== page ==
MoneyWeek Issue 497

Hidden nasties

30 July 2010 / Issue 497

What the bank stress tests didn’t tell us

PLUS:

  • Profit from China's rare earth metals squeeze
  • Buy this cheap video games giant
  • Channel 5's controversial new owner

Excerpt

Austerians versus Keynesians

I was at the park with my daughters the other day, and got talking to another dad. He worked in recruitment, supplying IT workers to the public sector. “It’s been a gravy train these past few years,” he sighed wistfully. “But things are getting tougher now.”

This will be no surprise to investors in firms providing services to the public sector. In recent weeks we’ve seen profit warnings from the likes of telecoms group Cable & Wireless Worldwide (CWW), while social housing maintenance firm Connaught saw its share price dive as it warned it would breach its banking covenants.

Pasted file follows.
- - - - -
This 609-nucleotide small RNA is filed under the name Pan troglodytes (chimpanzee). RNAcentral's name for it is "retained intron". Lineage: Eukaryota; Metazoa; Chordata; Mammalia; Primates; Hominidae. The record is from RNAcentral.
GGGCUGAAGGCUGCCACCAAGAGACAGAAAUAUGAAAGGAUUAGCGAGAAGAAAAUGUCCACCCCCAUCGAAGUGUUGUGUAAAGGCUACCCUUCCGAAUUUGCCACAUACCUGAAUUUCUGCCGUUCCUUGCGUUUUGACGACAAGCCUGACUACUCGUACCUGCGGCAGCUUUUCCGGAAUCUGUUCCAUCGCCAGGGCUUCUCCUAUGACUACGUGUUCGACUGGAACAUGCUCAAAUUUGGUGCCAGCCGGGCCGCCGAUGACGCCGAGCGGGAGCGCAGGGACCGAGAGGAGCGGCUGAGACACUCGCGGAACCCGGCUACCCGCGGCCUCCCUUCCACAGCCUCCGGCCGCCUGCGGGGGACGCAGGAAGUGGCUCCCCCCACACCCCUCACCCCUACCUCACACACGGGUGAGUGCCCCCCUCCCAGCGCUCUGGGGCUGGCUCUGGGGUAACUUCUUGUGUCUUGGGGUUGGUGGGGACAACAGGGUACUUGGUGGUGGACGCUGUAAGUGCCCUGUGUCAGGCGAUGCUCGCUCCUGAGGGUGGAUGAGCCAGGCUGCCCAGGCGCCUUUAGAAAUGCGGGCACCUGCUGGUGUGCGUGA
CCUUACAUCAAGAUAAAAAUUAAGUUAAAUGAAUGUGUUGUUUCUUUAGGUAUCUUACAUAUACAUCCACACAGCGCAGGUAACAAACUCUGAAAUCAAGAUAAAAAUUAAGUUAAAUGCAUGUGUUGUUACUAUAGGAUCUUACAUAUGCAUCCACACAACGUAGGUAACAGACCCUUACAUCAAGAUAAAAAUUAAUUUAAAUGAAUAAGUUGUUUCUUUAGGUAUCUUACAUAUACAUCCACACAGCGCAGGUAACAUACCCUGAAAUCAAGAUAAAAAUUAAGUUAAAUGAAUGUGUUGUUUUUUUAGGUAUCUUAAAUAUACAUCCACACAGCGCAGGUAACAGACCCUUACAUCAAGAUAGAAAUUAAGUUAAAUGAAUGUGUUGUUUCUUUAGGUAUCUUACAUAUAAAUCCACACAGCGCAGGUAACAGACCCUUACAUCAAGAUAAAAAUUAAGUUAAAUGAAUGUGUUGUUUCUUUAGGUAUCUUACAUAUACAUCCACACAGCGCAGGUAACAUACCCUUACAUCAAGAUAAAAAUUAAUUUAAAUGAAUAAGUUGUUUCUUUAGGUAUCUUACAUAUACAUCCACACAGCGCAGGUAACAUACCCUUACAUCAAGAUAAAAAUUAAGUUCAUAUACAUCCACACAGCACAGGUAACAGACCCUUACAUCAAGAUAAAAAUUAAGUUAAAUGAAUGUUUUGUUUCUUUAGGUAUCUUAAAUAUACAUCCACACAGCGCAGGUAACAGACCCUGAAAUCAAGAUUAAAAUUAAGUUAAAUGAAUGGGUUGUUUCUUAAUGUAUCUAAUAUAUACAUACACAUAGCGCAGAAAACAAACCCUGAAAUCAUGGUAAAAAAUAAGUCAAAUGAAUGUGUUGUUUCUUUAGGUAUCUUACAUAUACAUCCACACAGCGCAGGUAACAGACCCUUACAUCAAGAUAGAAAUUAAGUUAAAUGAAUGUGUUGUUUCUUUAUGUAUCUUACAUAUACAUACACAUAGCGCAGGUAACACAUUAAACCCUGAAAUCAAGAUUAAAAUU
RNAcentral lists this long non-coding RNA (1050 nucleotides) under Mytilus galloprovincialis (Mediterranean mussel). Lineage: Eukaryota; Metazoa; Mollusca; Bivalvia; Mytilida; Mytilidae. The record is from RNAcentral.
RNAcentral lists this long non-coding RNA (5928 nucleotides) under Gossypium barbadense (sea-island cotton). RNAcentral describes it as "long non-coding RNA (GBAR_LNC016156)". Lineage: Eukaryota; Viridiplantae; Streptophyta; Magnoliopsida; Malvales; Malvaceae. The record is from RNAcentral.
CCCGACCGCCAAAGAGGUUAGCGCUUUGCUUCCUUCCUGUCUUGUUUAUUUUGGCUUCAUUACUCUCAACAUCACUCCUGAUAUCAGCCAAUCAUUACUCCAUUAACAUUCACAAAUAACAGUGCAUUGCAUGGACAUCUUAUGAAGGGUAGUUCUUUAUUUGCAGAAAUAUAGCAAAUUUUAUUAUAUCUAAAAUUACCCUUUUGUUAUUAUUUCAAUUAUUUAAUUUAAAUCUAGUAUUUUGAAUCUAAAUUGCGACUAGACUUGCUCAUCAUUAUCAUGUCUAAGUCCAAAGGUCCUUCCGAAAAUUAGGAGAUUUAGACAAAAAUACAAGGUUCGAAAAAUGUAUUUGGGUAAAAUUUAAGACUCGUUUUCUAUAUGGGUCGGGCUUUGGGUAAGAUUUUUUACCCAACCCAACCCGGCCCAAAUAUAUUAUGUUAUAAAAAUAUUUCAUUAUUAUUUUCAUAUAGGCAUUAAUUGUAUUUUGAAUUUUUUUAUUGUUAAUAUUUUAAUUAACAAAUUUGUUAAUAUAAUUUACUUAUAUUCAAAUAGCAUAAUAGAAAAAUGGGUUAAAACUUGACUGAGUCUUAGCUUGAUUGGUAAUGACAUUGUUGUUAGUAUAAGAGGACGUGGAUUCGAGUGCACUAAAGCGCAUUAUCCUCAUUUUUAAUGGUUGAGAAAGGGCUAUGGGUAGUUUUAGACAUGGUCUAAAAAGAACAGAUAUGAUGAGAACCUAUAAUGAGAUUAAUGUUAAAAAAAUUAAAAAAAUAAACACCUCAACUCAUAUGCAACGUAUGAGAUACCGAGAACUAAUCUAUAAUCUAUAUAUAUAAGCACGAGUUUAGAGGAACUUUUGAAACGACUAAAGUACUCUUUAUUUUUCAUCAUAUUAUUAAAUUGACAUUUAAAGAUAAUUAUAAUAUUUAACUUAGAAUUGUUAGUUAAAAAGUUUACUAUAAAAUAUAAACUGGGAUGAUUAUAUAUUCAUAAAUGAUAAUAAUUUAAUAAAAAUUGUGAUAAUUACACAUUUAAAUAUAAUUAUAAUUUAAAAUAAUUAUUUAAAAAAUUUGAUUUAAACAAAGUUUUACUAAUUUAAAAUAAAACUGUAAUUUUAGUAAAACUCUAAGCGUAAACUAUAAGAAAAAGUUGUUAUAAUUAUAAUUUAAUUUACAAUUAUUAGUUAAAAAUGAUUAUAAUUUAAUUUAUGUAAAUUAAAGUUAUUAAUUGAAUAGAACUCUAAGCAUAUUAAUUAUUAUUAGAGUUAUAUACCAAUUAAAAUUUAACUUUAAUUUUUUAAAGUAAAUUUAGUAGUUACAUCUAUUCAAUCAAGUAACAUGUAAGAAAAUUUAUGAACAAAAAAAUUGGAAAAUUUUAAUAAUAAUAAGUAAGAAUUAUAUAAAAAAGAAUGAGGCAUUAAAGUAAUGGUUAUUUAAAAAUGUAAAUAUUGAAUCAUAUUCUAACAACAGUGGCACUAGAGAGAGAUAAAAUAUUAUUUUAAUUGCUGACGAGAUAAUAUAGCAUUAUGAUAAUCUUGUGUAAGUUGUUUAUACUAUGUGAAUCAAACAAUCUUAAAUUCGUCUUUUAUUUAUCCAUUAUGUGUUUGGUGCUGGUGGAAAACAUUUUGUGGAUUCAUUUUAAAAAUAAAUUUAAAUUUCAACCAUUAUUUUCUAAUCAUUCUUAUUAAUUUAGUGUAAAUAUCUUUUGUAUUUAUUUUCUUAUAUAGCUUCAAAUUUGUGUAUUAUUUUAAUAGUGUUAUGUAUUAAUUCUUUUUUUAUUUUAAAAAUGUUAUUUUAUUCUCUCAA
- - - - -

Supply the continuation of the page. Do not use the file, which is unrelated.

It’s bad news for shareholders in the sector. But it’s fantastic for taxpayers. I’ve never been convinced by the argument that spending cuts would be a ‘bonanza’ for private firms. First, it assumes work will be outsourced rather than delayed or even abandoned. More importantly, if money’s tighter, then outsourcers will be forced to offer better terms. Good thing too.

A report by Compass Management Consulting last month reckoned that poor procurement has resulted in the public sector paying 40%-plus over market rates for IT services in the past five years. According to Procurement Leaders magazine, £6bn could be saved on the annual £14bn the government spend on IT “without affecting front-line services”. And as The Guardian’s Nils Pratley noted, CWW’s profit warning showed it had made £20m profit on just £50m in public-sector revenues – a staggering profit margin.

• Read the full editor’s letter here: Austerians versus Keynesians